Plants that have relatively large-seeded fruits are consumed by fewer dispersers, and depend on fewer species of mammals (Corlett, 1998). The carriage of such fruits is considered to be the primary dispersal role of Pteropus (Richards, 1995). These pteropodid bats are thus important vehicles of plant dispersal and are able to bridge the gaps between widely separated forest fragments (Corlett, 1998). Several of the world's most important domesticated food staples, including bananas, plantain, breadfruit and mangoes, continue to rely on flying foxes for their propagation in the wild (Fujita & Tuttle, 1991). However, bananas are spread vegetatively and mangoes are planted by humans in rural villages in India. Wide-ranging seed dispersal encourages genetic exchange between fragments of forests or isolated populations of certain species and decreases the chances of inbreeding (Loveless & Hamrick, 1984). Through pollination of bat-dependent flowers and dispersal of seeds into forest gaps and clearings, tropical bats play an essential role in forest ecology (Cox et al., 1991; Fujita & Tuttle, 1991). Thus, they play an important role in secondary succession as well as in maintaining the compositional heterogeneity of tropical forests (Wang & Smith, 2002).

Fruit bats of India

Thirteen of the 120 bat species in India are pteropodids (Table 1; Bates & Harrison, 1997). Pteropus giganteus, Rousettus leschenaultii and Cynopterus sphinx are distributed throughout most of India, generally in lowland areas. The remaining 10 species are restricted mainly to forested and island areas (Bates & Harrison, 1997). For example, the lesser short-nosed fruit bat Cynopterus brachyotis (Balasingh et al., 1999) and Salim Ali's fruit bat Latidens salimalii (Singaravelan & Marimuthu, 2003) are confined to the south, especially to the Western Ghats of Tamil Nadu (and possibly also in Kerala). The island flying fox Pteropus hypomelanus lives only on the Andaman islands, the Nicobar flying fox Pteropus faunulus is endemic to the Nicobar islands, and the large or Malayan flying fox Pteropus vampyrus and black-eared flying fox Pteropus melanotus are present on both island archipelagos (Aul, 2006). Similarly Ratanaworabhan's fruit bat Megaerops niphanae and the greater long-tongued fruit bat Macroglossus sobrinus are restricted to north-east India.

Table 1 Name, size and distribution of the 13 species of fruit bats in various states of India (Bates & Harrison, 1997).

Detailed studies on the foraging activity of the three ubiquitous bats P. giganteus, R. leschenaultii and C. sphinx reveal their role as pollinators of several plant species (Table 2). There is no evidence of individuals of the remaining 10 species, including Pteropus species on the Nicobar and Andaman islands, either being caught in lowland areas or causing damage to commercial fruit orchards. This suggests that these species rely on wild fruits that are available in their forest and island habitats. For example, remnants of wild fruits (the bead tree Eleocarpus oblongus, the Ceylon plum Prunus ceylanicus and the Indian laurel fig Ficus macrocarpa) were collected at the night roosts of L. salimalii (Singaravelan & Marimuthu, 2003). Eonycteris spelaea feeds mainly on nectar and pollen and pollinates flowers (Bumrungsri et al., 2008) that yield commercial fruits (Bates & Harrison, 1997).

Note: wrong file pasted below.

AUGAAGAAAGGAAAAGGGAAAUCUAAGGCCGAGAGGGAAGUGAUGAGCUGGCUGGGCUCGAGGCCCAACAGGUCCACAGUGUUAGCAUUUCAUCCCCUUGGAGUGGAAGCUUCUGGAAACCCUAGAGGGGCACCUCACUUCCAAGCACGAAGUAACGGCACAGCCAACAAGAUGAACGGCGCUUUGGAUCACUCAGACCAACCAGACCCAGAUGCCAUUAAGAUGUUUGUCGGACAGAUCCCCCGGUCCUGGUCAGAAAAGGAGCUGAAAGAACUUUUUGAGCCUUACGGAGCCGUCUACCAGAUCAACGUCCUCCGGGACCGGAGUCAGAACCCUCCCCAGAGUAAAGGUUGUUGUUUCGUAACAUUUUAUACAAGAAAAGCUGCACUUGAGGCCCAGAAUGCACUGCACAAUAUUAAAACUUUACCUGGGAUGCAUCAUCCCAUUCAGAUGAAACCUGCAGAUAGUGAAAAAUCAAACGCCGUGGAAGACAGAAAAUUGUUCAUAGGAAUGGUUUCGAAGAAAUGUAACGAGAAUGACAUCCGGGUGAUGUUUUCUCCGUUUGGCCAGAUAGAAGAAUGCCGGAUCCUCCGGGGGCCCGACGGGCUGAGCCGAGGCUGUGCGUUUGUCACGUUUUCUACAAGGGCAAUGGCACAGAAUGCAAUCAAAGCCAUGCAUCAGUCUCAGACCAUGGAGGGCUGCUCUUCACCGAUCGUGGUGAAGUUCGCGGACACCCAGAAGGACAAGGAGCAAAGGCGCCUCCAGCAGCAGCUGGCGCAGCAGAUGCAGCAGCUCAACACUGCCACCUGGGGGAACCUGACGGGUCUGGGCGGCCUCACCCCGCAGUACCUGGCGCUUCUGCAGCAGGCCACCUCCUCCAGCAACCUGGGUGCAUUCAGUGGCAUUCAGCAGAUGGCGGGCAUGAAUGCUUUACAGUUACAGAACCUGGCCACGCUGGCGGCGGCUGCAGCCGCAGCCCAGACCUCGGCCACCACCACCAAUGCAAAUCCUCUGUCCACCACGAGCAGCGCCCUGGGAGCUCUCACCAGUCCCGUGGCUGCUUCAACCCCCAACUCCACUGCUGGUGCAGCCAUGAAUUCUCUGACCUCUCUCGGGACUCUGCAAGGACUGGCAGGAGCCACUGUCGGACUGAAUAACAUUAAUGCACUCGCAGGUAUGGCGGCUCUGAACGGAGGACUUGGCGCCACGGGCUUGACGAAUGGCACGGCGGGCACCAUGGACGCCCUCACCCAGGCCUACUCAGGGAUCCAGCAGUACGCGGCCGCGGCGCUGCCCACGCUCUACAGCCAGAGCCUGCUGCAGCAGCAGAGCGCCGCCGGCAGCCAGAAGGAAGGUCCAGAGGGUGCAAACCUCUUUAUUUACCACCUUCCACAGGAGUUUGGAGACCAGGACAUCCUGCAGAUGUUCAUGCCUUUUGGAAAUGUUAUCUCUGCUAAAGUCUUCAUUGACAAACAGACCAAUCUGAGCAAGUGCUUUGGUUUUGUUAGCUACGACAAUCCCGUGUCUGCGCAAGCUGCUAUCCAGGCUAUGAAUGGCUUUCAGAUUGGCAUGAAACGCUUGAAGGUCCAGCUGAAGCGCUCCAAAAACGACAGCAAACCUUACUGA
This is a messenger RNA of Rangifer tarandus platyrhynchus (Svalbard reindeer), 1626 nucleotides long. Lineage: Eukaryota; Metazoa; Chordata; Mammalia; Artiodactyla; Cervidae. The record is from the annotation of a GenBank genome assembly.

Table 2 List of plants that are pollinated by the three ubiquitous fruit bats C. sphinx, R. leschenaultii and P. giganteus, and pollination of these plants by other bat species.

Fruit bats and the Indian Wildlife (Protection) Act

Despite their beneficial role, fruit bats have long been hunted as a source of protein and for medicinal use and persecuted as fruit-eating pests. The Indian Wildlife (Protection) Act, 1972, categorizes fruit bats as vermin (which can be captured or killed) under Schedule V. However, killing of bats with such a low reproductive rate (often only 1–2 young per year) results in a reduction in their numbers with consequent effects on pollination and seed dispersal. A breakdown of plant–pollinator and plant–seed-disperser relationships and subsequent loss of genetic diversity (heterozygosity and allelic diversity) could be one of the most threatening consequences of forest fragmentation (Bawa, 1990; Young et al., 1996). Although categorizing plant-visiting bats as vermin is no longer acceptable, when the Act was formulated (1972) there was a lack of adequate scientific evidence about the ecological roles of fruit bats, with ecological research, particularly on plant-visiting bats, in its infancy. However, three amendments have been made to the Act. Although the efforts of bat conservationists, particularly the Chiroptera Conservation and Information Network of South Asia (CCINSA), to shift India's fruit bats to Schedule I (i.e. to be protected) met with little early success, the Wildlife (Protection) Amended Act, 2002 placed the endemic fruit bat L. salimalii as well as Wroughton's free-tailed bat Otomops wroughtoni in Schedule I. This fell short of removing all fruit bat species from the list of vermin, which is the aim of CCINSA (Molur et al., 2002) and other organizations, including Bat Conservation International (Mistry, 2003) and IUCN's Species Survival Commission (Mickleburgh et al., 1992, 2002).

Mitigating bat damage to commercial fruits